If reducing our solid waste were as simple as just recycling or source reduction, our garbage problem would be more easily solved. Unfortunately, there are obstacles to these methods of solid waste reduction. Let's start with the one most likely to cause a setback: costs.
Recycling, while beneficial in solid waste reduction, is not cheap. Additional labor, transport and production go into recycling, costing cities and waste management companies money. As a result, recycled products often cost more to consumers. And companies that use recycled materials in product packaging must pay more as well -- either absorbing the cost or passing it along to the consumer in the price of its products.
There are also other incidental costs along the way for consumers. For example, the price of buying reusable grocery bags versus the free plastic bags you receive in the store. Or, the extra cost of buying bulk items for reduced packaging when standard-packaged items may be more budget friendly.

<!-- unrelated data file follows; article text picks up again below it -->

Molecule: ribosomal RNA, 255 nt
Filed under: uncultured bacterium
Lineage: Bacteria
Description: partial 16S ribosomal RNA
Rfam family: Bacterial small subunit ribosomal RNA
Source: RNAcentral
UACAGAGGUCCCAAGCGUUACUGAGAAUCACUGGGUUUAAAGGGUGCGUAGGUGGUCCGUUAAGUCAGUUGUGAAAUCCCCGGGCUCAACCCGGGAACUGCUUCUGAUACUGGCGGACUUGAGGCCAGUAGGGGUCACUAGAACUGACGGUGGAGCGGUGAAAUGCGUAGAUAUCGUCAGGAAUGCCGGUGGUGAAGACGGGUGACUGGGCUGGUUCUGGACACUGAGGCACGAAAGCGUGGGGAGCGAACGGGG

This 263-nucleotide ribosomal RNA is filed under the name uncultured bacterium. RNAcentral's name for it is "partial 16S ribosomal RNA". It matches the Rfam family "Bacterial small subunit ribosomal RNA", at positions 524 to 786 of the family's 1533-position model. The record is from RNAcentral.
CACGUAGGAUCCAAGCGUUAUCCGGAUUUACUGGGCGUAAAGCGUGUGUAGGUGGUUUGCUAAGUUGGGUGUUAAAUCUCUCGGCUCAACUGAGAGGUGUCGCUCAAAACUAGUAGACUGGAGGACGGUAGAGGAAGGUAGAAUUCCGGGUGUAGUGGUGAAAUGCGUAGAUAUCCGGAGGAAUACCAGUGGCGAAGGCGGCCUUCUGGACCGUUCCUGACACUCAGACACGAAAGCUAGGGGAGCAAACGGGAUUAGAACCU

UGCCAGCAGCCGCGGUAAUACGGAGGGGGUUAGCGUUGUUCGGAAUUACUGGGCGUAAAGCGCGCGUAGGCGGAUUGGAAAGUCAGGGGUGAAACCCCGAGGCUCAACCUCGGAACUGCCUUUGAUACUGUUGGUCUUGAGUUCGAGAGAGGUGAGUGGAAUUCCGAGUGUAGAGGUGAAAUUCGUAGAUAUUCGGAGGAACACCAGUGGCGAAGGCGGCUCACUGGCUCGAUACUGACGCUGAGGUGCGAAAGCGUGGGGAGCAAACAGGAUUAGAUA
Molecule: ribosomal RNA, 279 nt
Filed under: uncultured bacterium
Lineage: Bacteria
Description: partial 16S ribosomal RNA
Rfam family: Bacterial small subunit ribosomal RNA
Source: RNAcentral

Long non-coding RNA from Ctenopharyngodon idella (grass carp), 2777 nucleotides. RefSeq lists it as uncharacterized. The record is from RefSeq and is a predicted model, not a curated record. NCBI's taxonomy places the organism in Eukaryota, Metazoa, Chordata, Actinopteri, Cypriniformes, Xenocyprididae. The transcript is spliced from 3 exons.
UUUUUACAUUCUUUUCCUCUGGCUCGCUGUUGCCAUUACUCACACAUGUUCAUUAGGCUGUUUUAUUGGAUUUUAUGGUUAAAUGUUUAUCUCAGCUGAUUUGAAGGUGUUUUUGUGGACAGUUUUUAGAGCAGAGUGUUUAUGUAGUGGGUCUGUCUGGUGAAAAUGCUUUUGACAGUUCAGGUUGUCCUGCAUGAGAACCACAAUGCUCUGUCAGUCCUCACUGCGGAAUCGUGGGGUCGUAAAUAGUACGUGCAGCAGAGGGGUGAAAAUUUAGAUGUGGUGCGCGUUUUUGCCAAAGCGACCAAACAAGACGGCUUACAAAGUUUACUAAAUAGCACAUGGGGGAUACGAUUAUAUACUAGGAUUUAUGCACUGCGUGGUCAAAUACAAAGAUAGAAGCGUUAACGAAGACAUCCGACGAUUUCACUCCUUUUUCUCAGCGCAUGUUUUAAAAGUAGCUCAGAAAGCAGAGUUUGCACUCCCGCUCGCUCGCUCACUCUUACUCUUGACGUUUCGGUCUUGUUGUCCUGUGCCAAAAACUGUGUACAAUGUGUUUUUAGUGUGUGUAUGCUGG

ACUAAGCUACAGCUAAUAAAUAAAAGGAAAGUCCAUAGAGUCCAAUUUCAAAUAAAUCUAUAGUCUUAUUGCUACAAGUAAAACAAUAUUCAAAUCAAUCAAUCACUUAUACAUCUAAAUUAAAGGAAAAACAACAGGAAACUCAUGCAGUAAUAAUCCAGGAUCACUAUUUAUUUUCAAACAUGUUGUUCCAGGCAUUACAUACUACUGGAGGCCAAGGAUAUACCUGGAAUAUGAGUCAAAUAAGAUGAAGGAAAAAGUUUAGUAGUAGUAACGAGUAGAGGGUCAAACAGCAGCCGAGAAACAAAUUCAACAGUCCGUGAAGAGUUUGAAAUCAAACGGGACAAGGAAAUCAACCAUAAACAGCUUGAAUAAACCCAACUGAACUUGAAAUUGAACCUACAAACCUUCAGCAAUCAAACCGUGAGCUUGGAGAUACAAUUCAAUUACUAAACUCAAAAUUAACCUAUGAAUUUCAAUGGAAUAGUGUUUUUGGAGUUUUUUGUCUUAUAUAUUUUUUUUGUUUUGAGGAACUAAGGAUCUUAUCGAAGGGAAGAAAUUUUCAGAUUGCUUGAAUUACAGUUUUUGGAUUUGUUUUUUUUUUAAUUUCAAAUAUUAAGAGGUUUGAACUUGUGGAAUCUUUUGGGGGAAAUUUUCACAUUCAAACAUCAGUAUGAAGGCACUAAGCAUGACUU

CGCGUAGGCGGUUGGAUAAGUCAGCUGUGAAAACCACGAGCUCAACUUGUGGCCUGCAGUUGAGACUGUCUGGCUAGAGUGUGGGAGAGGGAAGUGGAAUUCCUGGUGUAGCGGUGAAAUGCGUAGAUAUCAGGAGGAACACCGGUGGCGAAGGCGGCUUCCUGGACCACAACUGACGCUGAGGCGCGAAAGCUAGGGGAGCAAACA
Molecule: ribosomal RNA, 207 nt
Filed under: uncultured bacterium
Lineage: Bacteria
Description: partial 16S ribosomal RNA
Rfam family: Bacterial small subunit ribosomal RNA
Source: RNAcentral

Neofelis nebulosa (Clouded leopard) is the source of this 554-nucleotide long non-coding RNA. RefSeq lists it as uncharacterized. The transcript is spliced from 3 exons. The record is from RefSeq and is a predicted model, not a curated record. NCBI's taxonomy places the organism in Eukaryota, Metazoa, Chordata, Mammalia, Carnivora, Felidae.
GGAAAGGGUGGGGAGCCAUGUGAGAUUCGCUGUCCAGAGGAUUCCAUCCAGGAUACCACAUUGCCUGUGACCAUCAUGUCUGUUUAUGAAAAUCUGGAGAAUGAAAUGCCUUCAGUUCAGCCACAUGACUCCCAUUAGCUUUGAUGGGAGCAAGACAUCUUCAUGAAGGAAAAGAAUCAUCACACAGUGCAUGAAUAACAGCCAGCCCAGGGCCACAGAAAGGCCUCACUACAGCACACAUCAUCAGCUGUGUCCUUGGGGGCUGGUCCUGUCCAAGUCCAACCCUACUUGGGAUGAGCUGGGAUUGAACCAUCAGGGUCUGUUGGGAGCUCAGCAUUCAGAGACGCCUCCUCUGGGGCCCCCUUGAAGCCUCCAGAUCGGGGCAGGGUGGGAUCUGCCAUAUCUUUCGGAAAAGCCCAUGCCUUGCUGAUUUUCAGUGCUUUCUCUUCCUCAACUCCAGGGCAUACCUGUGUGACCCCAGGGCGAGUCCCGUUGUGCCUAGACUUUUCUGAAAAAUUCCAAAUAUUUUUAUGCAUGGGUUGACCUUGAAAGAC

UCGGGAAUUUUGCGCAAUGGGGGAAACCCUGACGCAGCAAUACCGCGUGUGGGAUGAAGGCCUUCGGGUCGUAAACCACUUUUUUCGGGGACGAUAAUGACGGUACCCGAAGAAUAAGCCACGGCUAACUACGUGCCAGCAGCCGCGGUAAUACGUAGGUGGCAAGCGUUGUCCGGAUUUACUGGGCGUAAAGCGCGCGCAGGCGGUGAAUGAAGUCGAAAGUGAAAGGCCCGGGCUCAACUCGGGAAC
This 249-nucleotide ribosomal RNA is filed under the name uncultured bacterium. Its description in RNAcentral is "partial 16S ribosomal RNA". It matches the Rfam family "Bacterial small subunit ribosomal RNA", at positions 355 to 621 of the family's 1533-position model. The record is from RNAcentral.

On the other hand, the reusing side of recycling can actually be cost-efficient. Just ask your Depression-era grandparents some of the tricks they used to make their money go farther in hard times, and the answers you'll get will sound a lot like reuse tips for solid waste reduction: reusing products for multiple purposes, extending the life of products you use and sharing goods with others. When times are difficult, reuse can actually help save you money. The flip side of this is that when many people start purchasing less, jobs can be lost.
Another area of concern when it comes to solid waste reduction is the possible increase in pollution created by recycling. Recycling generates pollution because more vehicles must be employed in collecting recyclables and transporting them. Then, additional pollution can be created by factories that recycle trash into raw materials. Of course landfills, where the trash might otherwise end up, can create pollution as well.
Reducing solid waste can lead to as many potential unintended consequences as managing it. Good can come from landfills in the form of "green" energy, and bad can come from recycling in the form of increased costs and pollution. Ultimately, you have to weigh the good and bad to find practices that you think are best for you and your community. Just keep in mind that as you take your time to decide, that Styrofoam cup you just threw away is settling in for the next several decades.